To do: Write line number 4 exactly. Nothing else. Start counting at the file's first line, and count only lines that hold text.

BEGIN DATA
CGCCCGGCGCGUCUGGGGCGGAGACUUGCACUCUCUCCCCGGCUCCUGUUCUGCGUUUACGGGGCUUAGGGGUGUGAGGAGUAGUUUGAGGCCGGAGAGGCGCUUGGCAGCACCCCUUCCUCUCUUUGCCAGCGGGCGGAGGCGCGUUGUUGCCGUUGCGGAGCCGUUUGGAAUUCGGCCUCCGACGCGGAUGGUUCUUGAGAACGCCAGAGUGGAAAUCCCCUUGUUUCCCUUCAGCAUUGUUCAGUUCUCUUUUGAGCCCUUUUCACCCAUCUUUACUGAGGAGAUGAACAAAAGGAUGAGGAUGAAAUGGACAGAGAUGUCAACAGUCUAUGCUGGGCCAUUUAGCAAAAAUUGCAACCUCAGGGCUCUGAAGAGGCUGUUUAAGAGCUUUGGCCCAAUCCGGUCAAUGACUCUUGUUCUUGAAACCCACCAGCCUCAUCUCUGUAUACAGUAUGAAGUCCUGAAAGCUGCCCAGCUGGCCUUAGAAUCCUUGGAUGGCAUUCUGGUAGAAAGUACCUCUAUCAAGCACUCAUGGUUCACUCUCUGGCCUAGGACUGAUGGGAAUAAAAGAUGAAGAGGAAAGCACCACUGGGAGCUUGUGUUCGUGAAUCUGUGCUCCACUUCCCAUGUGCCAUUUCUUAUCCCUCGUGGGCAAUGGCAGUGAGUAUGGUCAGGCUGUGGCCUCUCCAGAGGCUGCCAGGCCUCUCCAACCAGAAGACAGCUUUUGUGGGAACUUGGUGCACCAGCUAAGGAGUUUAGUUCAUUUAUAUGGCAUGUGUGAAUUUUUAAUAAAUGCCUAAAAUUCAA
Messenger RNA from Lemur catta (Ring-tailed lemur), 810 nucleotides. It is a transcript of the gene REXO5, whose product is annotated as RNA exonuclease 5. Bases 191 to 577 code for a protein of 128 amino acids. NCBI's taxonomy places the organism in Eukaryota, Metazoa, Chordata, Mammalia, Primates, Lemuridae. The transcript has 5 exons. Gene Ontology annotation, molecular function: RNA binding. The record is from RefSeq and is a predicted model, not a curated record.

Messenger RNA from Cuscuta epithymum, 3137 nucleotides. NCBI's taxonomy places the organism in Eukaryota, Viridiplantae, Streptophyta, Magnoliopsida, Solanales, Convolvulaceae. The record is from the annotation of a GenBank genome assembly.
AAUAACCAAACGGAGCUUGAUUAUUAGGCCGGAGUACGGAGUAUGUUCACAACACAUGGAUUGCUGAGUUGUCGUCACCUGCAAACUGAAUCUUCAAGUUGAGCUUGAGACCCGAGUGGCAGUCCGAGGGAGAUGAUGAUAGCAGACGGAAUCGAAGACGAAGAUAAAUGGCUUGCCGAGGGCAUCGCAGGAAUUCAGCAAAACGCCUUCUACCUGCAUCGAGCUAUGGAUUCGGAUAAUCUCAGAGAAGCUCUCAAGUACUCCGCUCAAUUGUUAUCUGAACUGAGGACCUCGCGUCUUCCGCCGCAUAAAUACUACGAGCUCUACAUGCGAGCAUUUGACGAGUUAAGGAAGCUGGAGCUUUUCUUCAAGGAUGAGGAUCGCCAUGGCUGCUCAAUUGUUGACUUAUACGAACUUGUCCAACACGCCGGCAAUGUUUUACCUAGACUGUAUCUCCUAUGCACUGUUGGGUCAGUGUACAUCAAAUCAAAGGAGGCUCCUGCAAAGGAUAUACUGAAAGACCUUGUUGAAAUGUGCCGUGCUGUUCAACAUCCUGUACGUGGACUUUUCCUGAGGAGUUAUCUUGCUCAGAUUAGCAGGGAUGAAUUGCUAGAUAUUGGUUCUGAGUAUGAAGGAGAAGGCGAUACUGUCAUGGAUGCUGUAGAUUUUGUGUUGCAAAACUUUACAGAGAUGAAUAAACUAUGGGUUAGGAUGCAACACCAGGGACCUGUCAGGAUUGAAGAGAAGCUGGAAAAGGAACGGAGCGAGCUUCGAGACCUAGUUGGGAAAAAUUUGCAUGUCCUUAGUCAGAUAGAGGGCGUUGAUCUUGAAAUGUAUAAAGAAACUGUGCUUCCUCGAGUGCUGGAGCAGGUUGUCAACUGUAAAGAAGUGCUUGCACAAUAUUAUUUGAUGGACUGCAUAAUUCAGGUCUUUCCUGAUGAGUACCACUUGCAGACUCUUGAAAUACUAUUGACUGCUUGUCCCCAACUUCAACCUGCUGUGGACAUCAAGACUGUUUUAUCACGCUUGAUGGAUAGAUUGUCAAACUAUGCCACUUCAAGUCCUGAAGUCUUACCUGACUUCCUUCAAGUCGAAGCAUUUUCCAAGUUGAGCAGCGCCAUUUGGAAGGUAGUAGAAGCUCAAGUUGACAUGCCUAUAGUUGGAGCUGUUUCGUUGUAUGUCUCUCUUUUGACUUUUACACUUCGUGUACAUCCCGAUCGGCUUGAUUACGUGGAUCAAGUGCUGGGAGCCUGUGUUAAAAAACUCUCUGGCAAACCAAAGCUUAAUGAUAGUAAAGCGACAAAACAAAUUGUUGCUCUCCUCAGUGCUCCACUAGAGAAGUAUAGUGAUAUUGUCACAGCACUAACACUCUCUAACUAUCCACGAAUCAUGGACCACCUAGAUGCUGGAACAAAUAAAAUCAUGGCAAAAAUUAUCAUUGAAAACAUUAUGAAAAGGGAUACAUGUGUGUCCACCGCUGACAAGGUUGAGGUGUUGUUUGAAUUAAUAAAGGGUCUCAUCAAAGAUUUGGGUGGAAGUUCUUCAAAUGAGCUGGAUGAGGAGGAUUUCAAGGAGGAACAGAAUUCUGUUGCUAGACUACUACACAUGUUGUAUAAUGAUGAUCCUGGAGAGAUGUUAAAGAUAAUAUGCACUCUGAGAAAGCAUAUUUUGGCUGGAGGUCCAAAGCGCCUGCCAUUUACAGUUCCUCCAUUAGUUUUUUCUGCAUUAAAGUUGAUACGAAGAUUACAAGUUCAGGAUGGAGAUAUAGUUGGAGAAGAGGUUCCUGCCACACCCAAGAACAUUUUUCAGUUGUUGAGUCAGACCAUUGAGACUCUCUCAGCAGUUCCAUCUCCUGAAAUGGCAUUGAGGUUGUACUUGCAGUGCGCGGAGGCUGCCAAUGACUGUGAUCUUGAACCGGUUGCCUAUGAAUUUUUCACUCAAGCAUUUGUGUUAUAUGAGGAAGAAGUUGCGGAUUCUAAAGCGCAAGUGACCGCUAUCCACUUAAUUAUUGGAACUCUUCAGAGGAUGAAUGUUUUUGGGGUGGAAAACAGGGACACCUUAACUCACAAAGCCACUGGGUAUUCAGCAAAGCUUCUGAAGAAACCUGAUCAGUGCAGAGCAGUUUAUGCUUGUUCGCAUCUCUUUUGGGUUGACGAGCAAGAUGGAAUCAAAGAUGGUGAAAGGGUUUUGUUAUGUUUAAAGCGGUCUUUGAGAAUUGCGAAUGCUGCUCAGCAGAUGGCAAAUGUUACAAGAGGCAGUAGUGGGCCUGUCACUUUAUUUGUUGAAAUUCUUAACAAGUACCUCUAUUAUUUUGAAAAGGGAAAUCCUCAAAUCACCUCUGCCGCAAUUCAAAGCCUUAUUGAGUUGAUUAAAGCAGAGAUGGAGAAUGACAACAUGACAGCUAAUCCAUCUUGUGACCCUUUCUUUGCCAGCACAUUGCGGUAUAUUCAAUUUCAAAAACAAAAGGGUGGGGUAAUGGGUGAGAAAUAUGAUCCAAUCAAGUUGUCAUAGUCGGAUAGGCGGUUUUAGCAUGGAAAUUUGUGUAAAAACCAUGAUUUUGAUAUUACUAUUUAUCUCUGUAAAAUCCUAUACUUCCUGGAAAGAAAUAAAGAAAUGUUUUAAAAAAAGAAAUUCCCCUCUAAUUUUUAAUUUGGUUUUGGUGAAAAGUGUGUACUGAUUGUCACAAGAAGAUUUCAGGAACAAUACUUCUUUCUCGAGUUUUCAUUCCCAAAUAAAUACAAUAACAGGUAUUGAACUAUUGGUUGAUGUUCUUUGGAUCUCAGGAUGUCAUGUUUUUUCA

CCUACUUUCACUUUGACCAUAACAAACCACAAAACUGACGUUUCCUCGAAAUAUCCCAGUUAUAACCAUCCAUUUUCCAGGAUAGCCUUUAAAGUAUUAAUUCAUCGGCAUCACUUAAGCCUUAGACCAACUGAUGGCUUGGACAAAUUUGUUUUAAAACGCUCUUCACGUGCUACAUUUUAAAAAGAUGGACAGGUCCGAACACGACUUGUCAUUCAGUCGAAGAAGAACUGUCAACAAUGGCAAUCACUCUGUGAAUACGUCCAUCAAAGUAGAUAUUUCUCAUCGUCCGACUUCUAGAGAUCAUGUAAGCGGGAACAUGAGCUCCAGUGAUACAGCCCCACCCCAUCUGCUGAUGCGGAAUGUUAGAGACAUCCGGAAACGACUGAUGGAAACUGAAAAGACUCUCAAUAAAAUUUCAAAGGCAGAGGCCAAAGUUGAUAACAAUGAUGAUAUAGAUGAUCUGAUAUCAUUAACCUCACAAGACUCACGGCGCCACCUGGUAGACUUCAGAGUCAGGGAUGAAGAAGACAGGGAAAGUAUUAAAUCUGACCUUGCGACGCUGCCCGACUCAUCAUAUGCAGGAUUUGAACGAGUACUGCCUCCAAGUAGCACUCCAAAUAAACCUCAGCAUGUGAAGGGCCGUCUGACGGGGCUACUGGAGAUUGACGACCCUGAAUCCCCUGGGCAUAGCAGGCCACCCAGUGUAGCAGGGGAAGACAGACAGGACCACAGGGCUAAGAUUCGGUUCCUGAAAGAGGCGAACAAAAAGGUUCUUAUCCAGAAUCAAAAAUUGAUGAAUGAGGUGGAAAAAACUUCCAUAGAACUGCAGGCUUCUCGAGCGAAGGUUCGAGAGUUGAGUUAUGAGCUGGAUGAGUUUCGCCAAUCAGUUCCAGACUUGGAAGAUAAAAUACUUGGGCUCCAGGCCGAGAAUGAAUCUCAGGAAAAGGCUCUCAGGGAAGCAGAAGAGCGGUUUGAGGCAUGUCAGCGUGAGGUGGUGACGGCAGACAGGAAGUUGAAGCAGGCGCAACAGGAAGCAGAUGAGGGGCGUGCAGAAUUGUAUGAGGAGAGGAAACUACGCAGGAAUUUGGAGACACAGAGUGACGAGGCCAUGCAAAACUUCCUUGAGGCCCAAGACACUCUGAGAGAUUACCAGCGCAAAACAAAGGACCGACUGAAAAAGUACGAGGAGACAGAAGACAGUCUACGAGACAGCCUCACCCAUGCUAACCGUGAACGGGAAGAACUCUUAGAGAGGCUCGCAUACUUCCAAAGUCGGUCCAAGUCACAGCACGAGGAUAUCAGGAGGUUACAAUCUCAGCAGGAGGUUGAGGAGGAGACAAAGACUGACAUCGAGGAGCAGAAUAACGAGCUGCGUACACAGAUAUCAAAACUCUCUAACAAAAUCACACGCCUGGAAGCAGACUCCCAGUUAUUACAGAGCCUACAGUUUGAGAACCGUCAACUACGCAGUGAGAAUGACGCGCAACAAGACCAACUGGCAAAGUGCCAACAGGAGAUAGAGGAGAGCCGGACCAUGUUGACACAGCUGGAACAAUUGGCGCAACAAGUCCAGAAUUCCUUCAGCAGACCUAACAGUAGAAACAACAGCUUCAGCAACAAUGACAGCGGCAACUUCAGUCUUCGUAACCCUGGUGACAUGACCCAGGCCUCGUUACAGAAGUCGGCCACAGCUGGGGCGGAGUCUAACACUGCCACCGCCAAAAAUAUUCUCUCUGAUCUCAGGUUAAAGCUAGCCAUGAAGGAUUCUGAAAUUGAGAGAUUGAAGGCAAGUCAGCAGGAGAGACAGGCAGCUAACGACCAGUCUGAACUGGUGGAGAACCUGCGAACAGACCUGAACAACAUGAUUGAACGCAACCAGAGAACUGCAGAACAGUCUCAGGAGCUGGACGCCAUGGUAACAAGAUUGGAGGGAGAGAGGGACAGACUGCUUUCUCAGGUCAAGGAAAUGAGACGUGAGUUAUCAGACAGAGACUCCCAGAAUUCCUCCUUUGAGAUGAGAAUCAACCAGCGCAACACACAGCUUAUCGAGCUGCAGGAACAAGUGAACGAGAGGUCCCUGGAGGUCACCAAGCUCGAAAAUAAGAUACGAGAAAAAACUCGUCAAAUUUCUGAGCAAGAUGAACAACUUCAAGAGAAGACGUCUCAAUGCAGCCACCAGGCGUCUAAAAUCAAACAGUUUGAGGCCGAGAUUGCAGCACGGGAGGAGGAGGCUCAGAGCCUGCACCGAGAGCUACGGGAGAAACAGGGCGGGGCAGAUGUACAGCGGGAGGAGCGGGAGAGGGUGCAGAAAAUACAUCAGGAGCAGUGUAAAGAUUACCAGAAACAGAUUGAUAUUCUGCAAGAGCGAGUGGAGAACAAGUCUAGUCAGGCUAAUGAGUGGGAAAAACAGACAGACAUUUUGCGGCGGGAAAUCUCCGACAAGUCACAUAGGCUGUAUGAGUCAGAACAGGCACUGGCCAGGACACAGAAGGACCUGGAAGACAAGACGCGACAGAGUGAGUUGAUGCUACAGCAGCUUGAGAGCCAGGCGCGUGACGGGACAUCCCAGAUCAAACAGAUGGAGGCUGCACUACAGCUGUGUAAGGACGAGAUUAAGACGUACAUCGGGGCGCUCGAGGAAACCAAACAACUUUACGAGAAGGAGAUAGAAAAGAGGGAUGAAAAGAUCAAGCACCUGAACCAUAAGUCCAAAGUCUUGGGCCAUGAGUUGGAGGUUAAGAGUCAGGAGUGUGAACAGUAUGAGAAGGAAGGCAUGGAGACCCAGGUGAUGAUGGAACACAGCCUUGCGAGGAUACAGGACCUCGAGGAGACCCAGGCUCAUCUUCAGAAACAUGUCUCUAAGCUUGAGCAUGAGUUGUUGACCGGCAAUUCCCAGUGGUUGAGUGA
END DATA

AAUAACCAAACGGAGCUUGAUUAUUAGGCCGGAGUACGGAGUAUGUUCACAACACAUGGAUUGCUGAGUUGUCGUCACCUGCAAACUGAAUCUUCAAGUUGAGCUUGAGACCCGAGUGGCAGUCCGAGGGAGAUGAUGAUAGCAGACGGAAUCGAAGACGAAGAUAAAUGGCUUGCCGAGGGCAUCGCAGGAAUUCAGCAAAACGCCUUCUACCUGCAUCGAGCUAUGGAUUCGGAUAAUCUCAGAGAAGCUCUCAAGUACUCCGCUCAAUUGUUAUCUGAACUGAGGACCUCGCGUCUUCCGCCGCAUAAAUACUACGAGCUCUACAUGCGAGCAUUUGACGAGUUAAGGAAGCUGGAGCUUUUCUUCAAGGAUGAGGAUCGCCAUGGCUGCUCAAUUGUUGACUUAUACGAACUUGUCCAACACGCCGGCAAUGUUUUACCUAGACUGUAUCUCCUAUGCACUGUUGGGUCAGUGUACAUCAAAUCAAAGGAGGCUCCUGCAAAGGAUAUACUGAAAGACCUUGUUGAAAUGUGCCGUGCUGUUCAACAUCCUGUACGUGGACUUUUCCUGAGGAGUUAUCUUGCUCAGAUUAGCAGGGAUGAAUUGCUAGAUAUUGGUUCUGAGUAUGAAGGAGAAGGCGAUACUGUCAUGGAUGCUGUAGAUUUUGUGUUGCAAAACUUUACAGAGAUGAAUAAACUAUGGGUUAGGAUGCAACACCAGGGACCUGUCAGGAUUGAAGAGAAGCUGGAAAAGGAACGGAGCGAGCUUCGAGACCUAGUUGGGAAAAAUUUGCAUGUCCUUAGUCAGAUAGAGGGCGUUGAUCUUGAAAUGUAUAAAGAAACUGUGCUUCCUCGAGUGCUGGAGCAGGUUGUCAACUGUAAAGAAGUGCUUGCACAAUAUUAUUUGAUGGACUGCAUAAUUCAGGUCUUUCCUGAUGAGUACCACUUGCAGACUCUUGAAAUACUAUUGACUGCUUGUCCCCAACUUCAACCUGCUGUGGACAUCAAGACUGUUUUAUCACGCUUGAUGGAUAGAUUGUCAAACUAUGCCACUUCAAGUCCUGAAGUCUUACCUGACUUCCUUCAAGUCGAAGCAUUUUCCAAGUUGAGCAGCGCCAUUUGGAAGGUAGUAGAAGCUCAAGUUGACAUGCCUAUAGUUGGAGCUGUUUCGUUGUAUGUCUCUCUUUUGACUUUUACACUUCGUGUACAUCCCGAUCGGCUUGAUUACGUGGAUCAAGUGCUGGGAGCCUGUGUUAAAAAACUCUCUGGCAAACCAAAGCUUAAUGAUAGUAAAGCGACAAAACAAAUUGUUGCUCUCCUCAGUGCUCCACUAGAGAAGUAUAGUGAUAUUGUCACAGCACUAACACUCUCUAACUAUCCACGAAUCAUGGACCACCUAGAUGCUGGAACAAAUAAAAUCAUGGCAAAAAUUAUCAUUGAAAACAUUAUGAAAAGGGAUACAUGUGUGUCCACCGCUGACAAGGUUGAGGUGUUGUUUGAAUUAAUAAAGGGUCUCAUCAAAGAUUUGGGUGGAAGUUCUUCAAAUGAGCUGGAUGAGGAGGAUUUCAAGGAGGAACAGAAUUCUGUUGCUAGACUACUACACAUGUUGUAUAAUGAUGAUCCUGGAGAGAUGUUAAAGAUAAUAUGCACUCUGAGAAAGCAUAUUUUGGCUGGAGGUCCAAAGCGCCUGCCAUUUACAGUUCCUCCAUUAGUUUUUUCUGCAUUAAAGUUGAUACGAAGAUUACAAGUUCAGGAUGGAGAUAUAGUUGGAGAAGAGGUUCCUGCCACACCCAAGAACAUUUUUCAGUUGUUGAGUCAGACCAUUGAGACUCUCUCAGCAGUUCCAUCUCCUGAAAUGGCAUUGAGGUUGUACUUGCAGUGCGCGGAGGCUGCCAAUGACUGUGAUCUUGAACCGGUUGCCUAUGAAUUUUUCACUCAAGCAUUUGUGUUAUAUGAGGAAGAAGUUGCGGAUUCUAAAGCGCAAGUGACCGCUAUCCACUUAAUUAUUGGAACUCUUCAGAGGAUGAAUGUUUUUGGGGUGGAAAACAGGGACACCUUAACUCACAAAGCCACUGGGUAUUCAGCAAAGCUUCUGAAGAAACCUGAUCAGUGCAGAGCAGUUUAUGCUUGUUCGCAUCUCUUUUGGGUUGACGAGCAAGAUGGAAUCAAAGAUGGUGAAAGGGUUUUGUUAUGUUUAAAGCGGUCUUUGAGAAUUGCGAAUGCUGCUCAGCAGAUGGCAAAUGUUACAAGAGGCAGUAGUGGGCCUGUCACUUUAUUUGUUGAAAUUCUUAACAAGUACCUCUAUUAUUUUGAAAAGGGAAAUCCUCAAAUCACCUCUGCCGCAAUUCAAAGCCUUAUUGAGUUGAUUAAAGCAGAGAUGGAGAAUGACAACAUGACAGCUAAUCCAUCUUGUGACCCUUUCUUUGCCAGCACAUUGCGGUAUAUUCAAUUUCAAAAACAAAAGGGUGGGGUAAUGGGUGAGAAAUAUGAUCCAAUCAAGUUGUCAUAGUCGGAUAGGCGGUUUUAGCAUGGAAAUUUGUGUAAAAACCAUGAUUUUGAUAUUACUAUUUAUCUCUGUAAAAUCCUAUACUUCCUGGAAAGAAAUAAAGAAAUGUUUUAAAAAAAGAAAUUCCCCUCUAAUUUUUAAUUUGGUUUUGGUGAAAAGUGUGUACUGAUUGUCACAAGAAGAUUUCAGGAACAAUACUUCUUUCUCGAGUUUUCAUUCCCAAAUAAAUACAAUAACAGGUAUUGAACUAUUGGUUGAUGUUCUUUGGAUCUCAGGAUGUCAUGUUUUUUCA